The Other Press and other student newspapers are in a very particular position: industry newspapers are feeling the clout of newsprint’s gradual decline, and pandering to advertisers is often necessary to stay afloat. Student newspapers, on the other hand, are in the comfortable position of subsisting largely off a student levy. While the Other Press gets the occasional advertisement, our most regular advertiser is the Douglas Students’ Union, and our business relationship with the union is so long-standing that the last few years have seen more verbal contracts than formalized ones.
So, we avoid pandering to advertisers because we can afford to pay our staff irrespective of ad money—and we print our papers with gloss to boot.
There are occasions though where I’m put in the uncomfortable position of navigating the newspaper’s integrity. It’s not uncommon for organizations to contact myself or one of our section editors with an idea for a story; that’s generally a perfectly fine, symbiotic relationship wherein we’re always hunting for stories to cover, and they benefit from our coverage. The issue of integrity arises when they contact me asking for both an article and an advertisement.
I struggled with this when I first encountered the request, and I’m sure I will continue to struggle with it. Essentially though, my policy is generally to offer either an advertisement or an article, but not both. Here’s why:
When money exchanges hands, there’s a potential for conflict of interest: because we’re receiving money, if we run an article on a product/service/event, our coverage could be perceived as dependent on that exchange of funds. The lines become blurred between the sponsored and unsponsored portions, where ideally a newspaper should function independent of outside influence.
While I stand by our staff in their ability to report without bias, it’s something we strive to be conscious of. In the past, we’ve held off on publishing articles from staff writing about organizations they’re a part of; we also try to be wary when accepting ads for events where the organizers are also requesting coverage.
Because I accept a percentage of the profits for advertisements that I arrange, I don’t feel comfortable with then guaranteeing that a section editor will run a piece on an event, product, or service. I wouldn’t guarantee coverage and override a section editor’s agency like that anyway, but it would be considerably worse if I were to do so while accepting a cut of the profits.
My general policy of course can’t be the be-all-and-end-all. Already, in my germinating term as EIC, I’ve made allowances based on context: while I won’t guarantee additional coverage for an advertiser, I also won’t deny a section editor’s covering of an event because of one. It’s a balancing act where I try to do what’s best for the paper while not dictating coverage either way based on who’s paying. Ideally, advertisements and articles would exist in their separate boxes on the paper’s layout, ne’er the t’wain shall meet. This is reality though, and sometimes the distinctions don’t remain as perfectly defined as I would like.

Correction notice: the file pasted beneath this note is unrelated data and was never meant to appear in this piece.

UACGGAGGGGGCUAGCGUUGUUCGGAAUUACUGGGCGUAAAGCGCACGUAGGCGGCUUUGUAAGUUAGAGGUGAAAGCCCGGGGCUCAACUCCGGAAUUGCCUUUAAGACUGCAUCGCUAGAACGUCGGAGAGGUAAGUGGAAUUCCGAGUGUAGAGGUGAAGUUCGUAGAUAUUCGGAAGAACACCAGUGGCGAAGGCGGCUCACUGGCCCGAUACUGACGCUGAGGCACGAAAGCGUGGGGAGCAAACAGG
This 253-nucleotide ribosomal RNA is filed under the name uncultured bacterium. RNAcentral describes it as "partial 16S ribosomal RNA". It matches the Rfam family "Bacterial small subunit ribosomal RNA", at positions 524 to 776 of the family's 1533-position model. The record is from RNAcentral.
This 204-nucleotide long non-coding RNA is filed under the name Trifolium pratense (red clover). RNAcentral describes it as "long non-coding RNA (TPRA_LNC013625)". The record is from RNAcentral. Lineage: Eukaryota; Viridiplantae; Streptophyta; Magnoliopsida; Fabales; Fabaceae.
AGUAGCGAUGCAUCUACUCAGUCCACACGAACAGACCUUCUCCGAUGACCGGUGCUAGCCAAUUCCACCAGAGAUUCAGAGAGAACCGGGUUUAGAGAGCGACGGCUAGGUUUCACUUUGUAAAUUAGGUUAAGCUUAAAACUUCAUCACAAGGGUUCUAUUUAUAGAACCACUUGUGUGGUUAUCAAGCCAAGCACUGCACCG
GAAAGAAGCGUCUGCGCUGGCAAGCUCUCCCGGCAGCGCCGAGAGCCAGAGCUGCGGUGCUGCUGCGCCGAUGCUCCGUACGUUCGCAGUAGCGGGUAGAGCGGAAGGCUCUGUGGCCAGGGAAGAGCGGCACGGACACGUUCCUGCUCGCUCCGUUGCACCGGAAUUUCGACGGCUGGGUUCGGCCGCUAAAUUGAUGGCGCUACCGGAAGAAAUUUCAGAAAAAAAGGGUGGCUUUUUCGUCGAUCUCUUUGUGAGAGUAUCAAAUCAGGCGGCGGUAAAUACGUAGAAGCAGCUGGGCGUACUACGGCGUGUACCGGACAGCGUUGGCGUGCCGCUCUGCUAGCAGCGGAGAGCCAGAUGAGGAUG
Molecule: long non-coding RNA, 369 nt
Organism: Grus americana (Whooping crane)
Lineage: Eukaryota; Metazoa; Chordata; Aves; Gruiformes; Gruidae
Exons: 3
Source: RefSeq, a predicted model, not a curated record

The reason this is such sensitive territory is because of the rise in native advertising. Essentially, native advertising is when an ad has been camouflaged into an article so that you can’t tell the difference. It’s those articles that feature a tiny “post sponsored by [insert company/group]”—supposedly the disclaimer to alert readers that they’re being duped.
Last Week Tonight with John Oliver did a report on native advertising a while back, and it was astounding to see that Goliaths of the publishing world like the New York Times were printing native advertising. Even when the article is important, or well-done and well-researched, at the end of the day it’s still sponsored to conclude with a specific point; clearly that’s dangerous when you purport to report on facts.
The Other Press and other student newspapers are in a very particular position: we’re developing some of the next generation of reporters. I don’t pretend that I’ll have a profound and long-lasting impact on our writers, and acknowledge that the Other Press’ influence is largely restricted to the Douglas students who are aware of our existence. Still, my hope is that fostering a conscientious attitude when it comes to advertising will do something. I’m probably idealistic—the reality is, as John Oliver stated, “a press cannot be free and independent if nobody is willing to pay for it”—but it’s the little bit that I can do.